Yesterday I gave a lecture at Middlesex University on Leadership. They asked me to compare my experiences and understanding of leadership in the public, private and charitable sectors.
<a href=’http://www.johnredwoodsdiary.com/wp-content/uploads/2008/02/picture1.jpg’ title=’Elizabeth I’><img src=’http://www.johnredwoodsdiary.com/wp-content/uploads/2008/02/picture1.jpg’ alt=’Elizabeth I’ /></a>
I did not approach the question from an ideological standpoint. I have visited enough bad private sector companies with poor employee relations to know that it is not always private sector good. No-one watching the bravery and professionalism of many in our armed forces could also say it is always public sector bad. I do, however, think there are serious problems with management in important parts of our public sector, which need careful analysis leading to reform and improved performance.
I do not for one moment believe Labour Ministers want our hospitals to be prey to such serious infection and hygiene problems as they currently experience. I do not think they wanted productivity to fall by as much as 10% when they decided to inject so much extra spending into the NHS. I have heard Ministers go hoarse explaining they are sorry and have learned the lessons from countless losses of laptops, CDs and other data from public offices.
Their response is always the same. They issue new instructions. They make changes to procedures. They issue a press release, and appear on the media. Their spin doctors let it be known how cross, upset or concerned they are. We are told the lessons have been learnt, that it is unlikely there will be another outbreak of MRSA or that data will be better protected in the future. We sit and wait for the next incident to occur.
There has to be some set of reasons why the best of the private sector does not infect its customers or lose its customers private data whilst the worst of the public sector does. At its best the public sector has a public service ethos which would be horrified at the idea that it had a part in the death of a patient or was responsible for putting someoneâ€™s bank account or personal security at risk. Yet all too often today things go wrong.
Let us take one recent example of how wrong things can go if leadership is lacking. Network Rail undertook major rail improvement works over the Christmas and New Year holiday. Its senior management chose to carry these works out through private contractors. They supervised the work of their staff, who designed the specifications, decided how much work could be achieved, let and supervised the contracts. It is a company wholly owned by the state, with access to substantial state subsidies to do its job. We now know they miscalculated how much work could be done, did not realise how few engineers would be available to turn up, and failed to motivate or supervise their contractors to do the job to time. We were then told that in future things would be different because they would do more in house! The problems were in house.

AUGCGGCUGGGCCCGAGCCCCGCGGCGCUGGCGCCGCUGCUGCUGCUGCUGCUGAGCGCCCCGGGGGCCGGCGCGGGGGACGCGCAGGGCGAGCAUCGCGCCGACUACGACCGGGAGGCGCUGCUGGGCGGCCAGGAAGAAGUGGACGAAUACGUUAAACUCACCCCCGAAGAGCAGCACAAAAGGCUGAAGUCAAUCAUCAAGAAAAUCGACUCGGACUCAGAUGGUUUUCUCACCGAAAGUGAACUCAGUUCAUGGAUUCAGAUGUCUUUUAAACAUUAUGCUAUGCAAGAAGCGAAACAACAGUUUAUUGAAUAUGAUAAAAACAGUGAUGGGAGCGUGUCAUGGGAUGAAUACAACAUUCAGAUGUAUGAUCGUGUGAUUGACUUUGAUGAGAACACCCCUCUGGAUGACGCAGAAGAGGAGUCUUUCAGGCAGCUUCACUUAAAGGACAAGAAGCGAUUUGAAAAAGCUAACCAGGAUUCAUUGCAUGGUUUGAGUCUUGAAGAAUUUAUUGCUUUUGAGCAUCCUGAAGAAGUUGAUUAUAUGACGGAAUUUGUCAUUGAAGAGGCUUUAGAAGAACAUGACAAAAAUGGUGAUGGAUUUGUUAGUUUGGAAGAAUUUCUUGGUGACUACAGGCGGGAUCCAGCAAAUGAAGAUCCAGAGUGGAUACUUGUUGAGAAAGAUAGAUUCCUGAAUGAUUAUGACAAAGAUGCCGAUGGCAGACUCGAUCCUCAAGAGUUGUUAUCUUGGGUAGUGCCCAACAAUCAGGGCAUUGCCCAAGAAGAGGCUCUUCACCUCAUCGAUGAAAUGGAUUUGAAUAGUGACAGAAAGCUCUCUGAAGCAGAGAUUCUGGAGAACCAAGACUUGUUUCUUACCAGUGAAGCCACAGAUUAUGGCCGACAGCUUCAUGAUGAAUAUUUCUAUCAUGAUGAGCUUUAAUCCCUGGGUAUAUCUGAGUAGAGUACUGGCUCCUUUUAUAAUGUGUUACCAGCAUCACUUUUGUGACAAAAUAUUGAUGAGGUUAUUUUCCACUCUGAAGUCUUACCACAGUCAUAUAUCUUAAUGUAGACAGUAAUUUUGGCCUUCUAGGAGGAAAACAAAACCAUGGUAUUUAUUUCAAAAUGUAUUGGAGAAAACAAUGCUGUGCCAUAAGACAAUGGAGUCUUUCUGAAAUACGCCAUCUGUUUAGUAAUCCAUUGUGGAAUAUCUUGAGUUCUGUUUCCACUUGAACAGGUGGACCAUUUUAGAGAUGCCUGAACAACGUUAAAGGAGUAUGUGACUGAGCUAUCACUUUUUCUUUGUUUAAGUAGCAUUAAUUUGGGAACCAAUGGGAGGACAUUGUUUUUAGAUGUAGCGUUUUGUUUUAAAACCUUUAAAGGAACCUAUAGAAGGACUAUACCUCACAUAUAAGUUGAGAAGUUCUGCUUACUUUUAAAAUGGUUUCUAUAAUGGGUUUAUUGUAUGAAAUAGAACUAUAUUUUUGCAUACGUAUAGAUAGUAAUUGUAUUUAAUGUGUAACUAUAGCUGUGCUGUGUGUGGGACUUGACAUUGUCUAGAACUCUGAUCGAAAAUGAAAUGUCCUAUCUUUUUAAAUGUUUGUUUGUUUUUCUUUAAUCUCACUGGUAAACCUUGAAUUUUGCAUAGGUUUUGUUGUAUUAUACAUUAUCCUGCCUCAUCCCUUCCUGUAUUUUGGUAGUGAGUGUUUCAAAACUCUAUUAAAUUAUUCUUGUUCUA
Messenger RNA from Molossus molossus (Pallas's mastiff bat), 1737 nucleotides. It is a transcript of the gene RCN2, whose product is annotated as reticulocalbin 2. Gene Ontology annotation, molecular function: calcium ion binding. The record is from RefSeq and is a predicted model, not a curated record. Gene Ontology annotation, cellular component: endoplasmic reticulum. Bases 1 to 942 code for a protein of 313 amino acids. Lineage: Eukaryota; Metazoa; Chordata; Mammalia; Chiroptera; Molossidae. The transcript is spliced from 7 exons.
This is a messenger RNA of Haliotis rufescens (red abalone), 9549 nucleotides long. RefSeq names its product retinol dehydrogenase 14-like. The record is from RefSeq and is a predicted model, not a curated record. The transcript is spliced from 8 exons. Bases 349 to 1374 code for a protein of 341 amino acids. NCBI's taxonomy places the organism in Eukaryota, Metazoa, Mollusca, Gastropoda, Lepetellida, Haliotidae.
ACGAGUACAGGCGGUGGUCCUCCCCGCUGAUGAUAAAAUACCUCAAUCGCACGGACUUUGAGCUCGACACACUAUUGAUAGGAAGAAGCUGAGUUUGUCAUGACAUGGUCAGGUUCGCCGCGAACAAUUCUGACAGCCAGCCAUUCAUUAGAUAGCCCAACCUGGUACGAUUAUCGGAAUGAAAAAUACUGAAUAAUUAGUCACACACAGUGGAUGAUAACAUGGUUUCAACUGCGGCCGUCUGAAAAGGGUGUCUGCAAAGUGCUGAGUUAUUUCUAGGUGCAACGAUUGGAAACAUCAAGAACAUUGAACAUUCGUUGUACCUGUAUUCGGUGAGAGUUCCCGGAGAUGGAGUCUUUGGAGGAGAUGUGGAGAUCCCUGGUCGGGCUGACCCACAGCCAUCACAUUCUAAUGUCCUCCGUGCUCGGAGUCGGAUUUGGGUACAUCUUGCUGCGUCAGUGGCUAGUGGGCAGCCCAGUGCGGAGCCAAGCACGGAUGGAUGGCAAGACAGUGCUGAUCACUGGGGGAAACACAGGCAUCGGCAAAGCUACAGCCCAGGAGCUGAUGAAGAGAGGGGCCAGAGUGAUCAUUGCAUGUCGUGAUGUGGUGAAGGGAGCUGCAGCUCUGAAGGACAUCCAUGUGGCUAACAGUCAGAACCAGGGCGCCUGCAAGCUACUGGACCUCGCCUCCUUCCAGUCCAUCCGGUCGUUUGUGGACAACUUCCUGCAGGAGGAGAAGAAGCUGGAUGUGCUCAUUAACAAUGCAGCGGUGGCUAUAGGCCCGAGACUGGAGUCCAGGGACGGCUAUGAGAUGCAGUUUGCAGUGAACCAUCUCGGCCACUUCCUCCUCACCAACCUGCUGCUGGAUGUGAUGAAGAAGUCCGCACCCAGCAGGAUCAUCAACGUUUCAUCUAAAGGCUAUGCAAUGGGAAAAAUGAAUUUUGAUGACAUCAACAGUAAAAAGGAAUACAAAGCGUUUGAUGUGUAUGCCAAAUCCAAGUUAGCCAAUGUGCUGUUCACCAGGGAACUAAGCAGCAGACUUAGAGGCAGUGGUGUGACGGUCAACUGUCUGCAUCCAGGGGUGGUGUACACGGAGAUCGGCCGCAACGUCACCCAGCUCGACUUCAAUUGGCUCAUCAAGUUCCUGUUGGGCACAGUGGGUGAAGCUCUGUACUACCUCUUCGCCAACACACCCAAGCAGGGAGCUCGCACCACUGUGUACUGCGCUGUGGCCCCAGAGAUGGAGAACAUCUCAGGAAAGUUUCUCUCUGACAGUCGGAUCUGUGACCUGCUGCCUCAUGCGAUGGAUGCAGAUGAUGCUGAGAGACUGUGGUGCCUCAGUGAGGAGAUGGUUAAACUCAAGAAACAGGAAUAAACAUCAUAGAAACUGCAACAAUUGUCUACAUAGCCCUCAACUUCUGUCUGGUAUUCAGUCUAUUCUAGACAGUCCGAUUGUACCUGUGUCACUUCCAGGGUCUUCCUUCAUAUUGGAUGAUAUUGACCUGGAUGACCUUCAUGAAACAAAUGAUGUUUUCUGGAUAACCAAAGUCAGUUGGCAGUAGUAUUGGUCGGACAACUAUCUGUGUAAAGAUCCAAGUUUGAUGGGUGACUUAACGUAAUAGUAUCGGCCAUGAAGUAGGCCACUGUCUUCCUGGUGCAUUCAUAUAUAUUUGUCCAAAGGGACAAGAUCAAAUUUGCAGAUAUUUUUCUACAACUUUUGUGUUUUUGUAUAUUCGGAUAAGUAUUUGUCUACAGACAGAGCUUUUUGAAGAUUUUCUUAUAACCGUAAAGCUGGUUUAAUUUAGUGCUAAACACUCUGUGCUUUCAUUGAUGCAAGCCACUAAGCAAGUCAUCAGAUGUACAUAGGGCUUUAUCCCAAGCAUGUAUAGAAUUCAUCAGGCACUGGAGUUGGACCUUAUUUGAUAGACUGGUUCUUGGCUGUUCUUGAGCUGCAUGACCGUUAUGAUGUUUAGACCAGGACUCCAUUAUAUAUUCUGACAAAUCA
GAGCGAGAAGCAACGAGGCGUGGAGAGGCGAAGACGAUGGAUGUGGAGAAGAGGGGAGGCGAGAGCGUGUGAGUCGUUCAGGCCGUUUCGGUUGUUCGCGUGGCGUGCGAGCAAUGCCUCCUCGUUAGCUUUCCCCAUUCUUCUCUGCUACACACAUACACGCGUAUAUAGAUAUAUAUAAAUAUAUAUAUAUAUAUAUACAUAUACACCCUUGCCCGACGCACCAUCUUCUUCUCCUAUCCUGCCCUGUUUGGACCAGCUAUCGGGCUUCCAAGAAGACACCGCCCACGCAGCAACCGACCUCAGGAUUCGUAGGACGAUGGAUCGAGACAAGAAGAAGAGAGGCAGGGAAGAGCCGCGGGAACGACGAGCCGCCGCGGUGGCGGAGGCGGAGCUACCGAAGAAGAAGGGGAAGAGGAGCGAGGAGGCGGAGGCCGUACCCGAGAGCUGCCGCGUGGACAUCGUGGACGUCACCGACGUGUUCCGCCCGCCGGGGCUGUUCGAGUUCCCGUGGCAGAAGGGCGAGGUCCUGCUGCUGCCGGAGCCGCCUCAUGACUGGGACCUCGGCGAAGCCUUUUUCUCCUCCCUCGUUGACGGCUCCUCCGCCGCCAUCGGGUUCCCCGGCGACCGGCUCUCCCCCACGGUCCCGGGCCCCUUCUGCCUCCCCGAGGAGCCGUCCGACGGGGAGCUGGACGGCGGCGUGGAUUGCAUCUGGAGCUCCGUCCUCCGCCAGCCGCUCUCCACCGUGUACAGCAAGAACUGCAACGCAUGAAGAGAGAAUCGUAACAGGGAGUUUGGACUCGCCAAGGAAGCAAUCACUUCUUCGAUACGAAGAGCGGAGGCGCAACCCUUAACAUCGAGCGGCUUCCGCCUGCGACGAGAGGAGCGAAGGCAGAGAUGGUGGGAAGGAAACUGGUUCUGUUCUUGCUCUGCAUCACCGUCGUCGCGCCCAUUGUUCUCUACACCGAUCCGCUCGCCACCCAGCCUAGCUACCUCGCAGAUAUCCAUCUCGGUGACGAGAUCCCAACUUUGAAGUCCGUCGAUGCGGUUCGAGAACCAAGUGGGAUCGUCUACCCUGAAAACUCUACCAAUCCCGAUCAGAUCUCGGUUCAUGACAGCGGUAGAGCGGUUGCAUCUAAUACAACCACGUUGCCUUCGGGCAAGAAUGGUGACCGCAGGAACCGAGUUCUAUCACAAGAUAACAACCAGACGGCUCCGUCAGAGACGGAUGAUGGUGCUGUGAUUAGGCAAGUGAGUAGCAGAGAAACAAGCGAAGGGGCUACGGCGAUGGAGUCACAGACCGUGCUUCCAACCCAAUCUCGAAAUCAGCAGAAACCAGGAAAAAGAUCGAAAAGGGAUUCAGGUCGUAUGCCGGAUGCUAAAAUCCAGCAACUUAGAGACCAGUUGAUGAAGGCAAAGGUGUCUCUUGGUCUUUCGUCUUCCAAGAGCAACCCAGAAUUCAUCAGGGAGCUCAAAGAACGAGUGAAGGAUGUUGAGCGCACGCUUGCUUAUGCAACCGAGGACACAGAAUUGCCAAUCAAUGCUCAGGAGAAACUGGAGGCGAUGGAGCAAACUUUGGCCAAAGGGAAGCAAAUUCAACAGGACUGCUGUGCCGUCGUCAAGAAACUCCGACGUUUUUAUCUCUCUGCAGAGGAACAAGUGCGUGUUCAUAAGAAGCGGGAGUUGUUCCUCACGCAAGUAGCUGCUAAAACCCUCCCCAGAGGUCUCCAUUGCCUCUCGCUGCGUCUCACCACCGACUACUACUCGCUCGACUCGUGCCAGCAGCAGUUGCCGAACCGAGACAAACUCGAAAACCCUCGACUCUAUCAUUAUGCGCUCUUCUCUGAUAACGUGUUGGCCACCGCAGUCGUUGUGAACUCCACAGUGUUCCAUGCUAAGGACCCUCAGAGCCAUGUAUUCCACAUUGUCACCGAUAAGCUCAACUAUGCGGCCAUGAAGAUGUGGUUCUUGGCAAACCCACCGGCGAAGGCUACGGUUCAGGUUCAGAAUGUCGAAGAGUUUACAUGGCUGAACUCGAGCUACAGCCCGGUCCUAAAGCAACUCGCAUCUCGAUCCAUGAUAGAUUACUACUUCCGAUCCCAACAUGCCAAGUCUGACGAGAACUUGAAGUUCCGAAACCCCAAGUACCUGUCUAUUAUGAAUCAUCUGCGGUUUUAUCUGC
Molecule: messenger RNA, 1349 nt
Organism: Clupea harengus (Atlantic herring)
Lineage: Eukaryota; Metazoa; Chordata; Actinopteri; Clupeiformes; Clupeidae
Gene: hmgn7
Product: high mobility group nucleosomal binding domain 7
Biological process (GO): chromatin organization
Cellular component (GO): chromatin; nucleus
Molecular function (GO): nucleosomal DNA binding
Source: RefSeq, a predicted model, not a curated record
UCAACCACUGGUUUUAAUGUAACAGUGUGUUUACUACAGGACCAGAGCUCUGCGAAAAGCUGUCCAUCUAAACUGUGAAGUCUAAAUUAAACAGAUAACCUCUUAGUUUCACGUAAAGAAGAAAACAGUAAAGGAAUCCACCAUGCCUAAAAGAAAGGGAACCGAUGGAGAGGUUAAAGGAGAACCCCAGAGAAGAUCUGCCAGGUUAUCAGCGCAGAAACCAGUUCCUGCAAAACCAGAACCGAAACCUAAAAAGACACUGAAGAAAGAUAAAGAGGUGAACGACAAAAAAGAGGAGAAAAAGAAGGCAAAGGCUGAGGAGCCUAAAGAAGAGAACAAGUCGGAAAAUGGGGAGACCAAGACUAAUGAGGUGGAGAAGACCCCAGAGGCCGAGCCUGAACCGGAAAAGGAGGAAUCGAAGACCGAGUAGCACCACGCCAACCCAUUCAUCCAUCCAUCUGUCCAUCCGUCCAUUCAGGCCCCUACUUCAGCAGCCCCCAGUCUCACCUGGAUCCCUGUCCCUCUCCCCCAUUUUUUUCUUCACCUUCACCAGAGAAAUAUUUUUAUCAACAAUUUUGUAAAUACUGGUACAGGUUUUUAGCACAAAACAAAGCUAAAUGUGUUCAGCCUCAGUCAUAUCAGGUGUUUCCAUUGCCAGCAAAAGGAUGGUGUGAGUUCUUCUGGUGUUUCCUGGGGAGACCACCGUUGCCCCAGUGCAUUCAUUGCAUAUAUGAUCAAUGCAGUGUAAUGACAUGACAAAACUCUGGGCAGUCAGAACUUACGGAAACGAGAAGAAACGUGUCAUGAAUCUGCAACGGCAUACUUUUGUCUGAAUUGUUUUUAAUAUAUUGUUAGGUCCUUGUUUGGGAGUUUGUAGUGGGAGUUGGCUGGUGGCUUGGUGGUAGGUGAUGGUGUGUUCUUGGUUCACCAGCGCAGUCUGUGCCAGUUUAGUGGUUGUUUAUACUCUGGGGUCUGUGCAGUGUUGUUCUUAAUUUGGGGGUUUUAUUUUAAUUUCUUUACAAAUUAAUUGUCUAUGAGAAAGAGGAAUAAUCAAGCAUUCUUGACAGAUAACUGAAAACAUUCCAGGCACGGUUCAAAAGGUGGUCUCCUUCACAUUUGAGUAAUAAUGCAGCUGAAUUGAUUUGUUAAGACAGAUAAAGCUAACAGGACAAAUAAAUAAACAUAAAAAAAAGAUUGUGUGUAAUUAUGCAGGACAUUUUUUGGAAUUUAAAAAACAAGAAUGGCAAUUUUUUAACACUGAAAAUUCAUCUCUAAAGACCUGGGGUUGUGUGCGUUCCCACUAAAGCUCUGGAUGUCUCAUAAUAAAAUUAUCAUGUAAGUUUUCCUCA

At the very least the Directors of Network Rail failed to assess the risks and to motivate the people involved. If you want engineers to give up their holiday period to go and work outside on railway lines, you too have to make an effort, to persuade them it is something worth doing, and to make it worth their while doing it. I donâ€™t recall the Directors giving up part of their holiday to appear at the sites and to give encouragement to those working for them. There was no leadership by example.
Great leadership is about expressing a vision, telling people why they matter, getting them to believe the thing is worth doing and they can do it. Great leadership produces success and satisfaction. The satisfaction is not just or always a good financial reward â€“ although that can help â€“ but a feeling of a job well done, an important challenge surmounted.
In this governmentâ€™s public sector they have aped some of the techniques of the private sector â€“ targets, mission statements, bonuses, performance pay, use of consultants and external contractors â€“ but in too many case they have not used them in a disciplined and convincing way. You use consultants for something you cannot do in house, precisely defining the task and ensuring the consultant or contractor can perform it for you. You set a limited number of targets that are stretching but possible to hit â€“ not 200, many of which are contradictory or marginal. If you offer bonus you tailor it to the main issue that needs resolving. It should be easy to measure and the value of hitting it to the organisation made clear. Instead the public sector all too often uses consultants too often for vague assignments, fails to get the best out of external contractors, sprays targets around in a bizarre way, offers performance pay for poor performance and writes endless mission statements and documents on what is required that are too general and imprecise.
Above all great leadership requires great commitment. It requires leadership by example. Do not expect your staff to do things you would not do yourself. It often seems Ministers lecture the rest of us to behave in ways they do not themselves match. At its finest, in the case of the best of our military, the public sector in the UK is still good. At its average it is mediocre, offering too little for too high a cost, exploiting its monopoly position and its considerable powers.
<strong>Click on the link below to download John Redwood’s Middlesex University lecture on leadership.</strong>
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